"No." Mac grabbed a bottle of water out of the fridge and took a few sips before heading for his bedroom, in search of absolute solitude. Only to find his way blocked by a very determined Jack. "What do you want from me?" Mac demanded.
"For you to be okay," Jack replied, without hesitation. "But that's not going to happen unless you talk about what happened to Zoe."
Mac pushed past Jack, meaning to leave the house if that's what it took to avoid this particular confrontation. But, instead, he found himself hooked by the arm and manhandled over to the couch in the living room.
Jack dropped down onto the coffee table in front of Mac, blocking his escape. "What happened to Zoe wasn't your fault, bud...you know that."
"I don't know that!" Mac spat back. "It was up to me to save her, Jack! ME! And I failed her!"
"In a perfect world you can save everyone, Mac," Jack shot back. "But the world we live in is far from perfect, and Zoe made the same choice that you would have made in her place. Don't even try to deny it." Jack was done pussy footing around the subject matter. He'd allowed the kid to stew in his grief and guilt for the past week and it was time to put an end to it. Whether Mac liked it or not.
Mac wasn't going to deny it. "It's part of my job to make those kinds of decisions, Jack. Zoe didn't sign up for that. And it was my job to bring her home. We were going to go out for ice cream when she got back." He broke off and buried his face in both hands, fighting hard against the sting of tears.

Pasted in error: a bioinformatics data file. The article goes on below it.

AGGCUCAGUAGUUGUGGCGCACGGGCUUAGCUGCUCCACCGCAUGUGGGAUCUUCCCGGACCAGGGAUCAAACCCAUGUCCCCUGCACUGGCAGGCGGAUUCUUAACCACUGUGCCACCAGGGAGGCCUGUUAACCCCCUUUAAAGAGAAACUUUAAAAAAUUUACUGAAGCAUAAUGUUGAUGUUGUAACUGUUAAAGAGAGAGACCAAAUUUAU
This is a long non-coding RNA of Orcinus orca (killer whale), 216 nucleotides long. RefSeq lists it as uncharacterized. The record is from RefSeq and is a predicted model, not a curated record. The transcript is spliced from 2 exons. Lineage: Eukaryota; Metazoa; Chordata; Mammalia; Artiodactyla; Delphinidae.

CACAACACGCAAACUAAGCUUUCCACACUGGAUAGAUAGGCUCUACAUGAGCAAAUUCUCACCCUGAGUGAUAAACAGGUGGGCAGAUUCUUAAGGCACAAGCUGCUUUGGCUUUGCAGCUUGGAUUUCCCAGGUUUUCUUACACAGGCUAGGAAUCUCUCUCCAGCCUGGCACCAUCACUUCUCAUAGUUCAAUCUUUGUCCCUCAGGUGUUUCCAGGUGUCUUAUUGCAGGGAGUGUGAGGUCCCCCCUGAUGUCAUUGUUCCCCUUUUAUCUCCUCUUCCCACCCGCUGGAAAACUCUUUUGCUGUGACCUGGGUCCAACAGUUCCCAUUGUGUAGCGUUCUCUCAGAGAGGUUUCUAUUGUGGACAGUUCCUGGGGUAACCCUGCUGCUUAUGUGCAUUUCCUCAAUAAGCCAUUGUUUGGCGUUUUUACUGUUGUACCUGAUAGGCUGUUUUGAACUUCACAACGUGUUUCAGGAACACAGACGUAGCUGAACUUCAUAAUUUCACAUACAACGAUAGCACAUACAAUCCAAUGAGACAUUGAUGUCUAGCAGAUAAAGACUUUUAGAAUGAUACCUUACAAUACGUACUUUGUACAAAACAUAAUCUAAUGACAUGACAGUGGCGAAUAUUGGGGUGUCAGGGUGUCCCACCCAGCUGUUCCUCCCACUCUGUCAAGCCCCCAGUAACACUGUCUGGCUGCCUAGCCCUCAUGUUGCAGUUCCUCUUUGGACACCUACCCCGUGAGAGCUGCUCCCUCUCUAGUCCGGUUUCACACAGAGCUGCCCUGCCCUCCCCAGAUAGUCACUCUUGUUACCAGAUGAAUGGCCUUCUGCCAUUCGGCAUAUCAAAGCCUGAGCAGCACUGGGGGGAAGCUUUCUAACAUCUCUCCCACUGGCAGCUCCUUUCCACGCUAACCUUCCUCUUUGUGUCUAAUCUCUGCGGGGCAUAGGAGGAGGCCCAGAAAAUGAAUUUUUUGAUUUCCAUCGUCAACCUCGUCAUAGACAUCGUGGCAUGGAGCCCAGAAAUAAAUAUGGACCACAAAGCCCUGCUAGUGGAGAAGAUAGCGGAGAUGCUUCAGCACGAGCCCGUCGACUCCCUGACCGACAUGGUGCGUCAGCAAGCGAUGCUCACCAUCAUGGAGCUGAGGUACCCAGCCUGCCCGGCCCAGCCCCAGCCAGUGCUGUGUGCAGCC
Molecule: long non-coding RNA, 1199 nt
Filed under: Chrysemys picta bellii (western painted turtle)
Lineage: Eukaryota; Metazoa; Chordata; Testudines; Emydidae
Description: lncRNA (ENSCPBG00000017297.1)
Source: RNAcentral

Jack felt a bit gobsmacked by that little tidbit of information, but he didn't let it deter him from what needed to be done. "Listen to me, bud. We make choices every day that put our lives at risk, and we make those choices to protect others...to save their lives. That's what Zoe did and you beating yourself up with guilt is disrespecting her choice, so knock it off, will ya? I respect the hell out of what she did and you need to get on board and do the same."
"Jack ass," Mac mumbled between his fingers, before dropping his hands and locking eyes with his friend. "Not quite what I was expecting you to say, but effective," he allowed.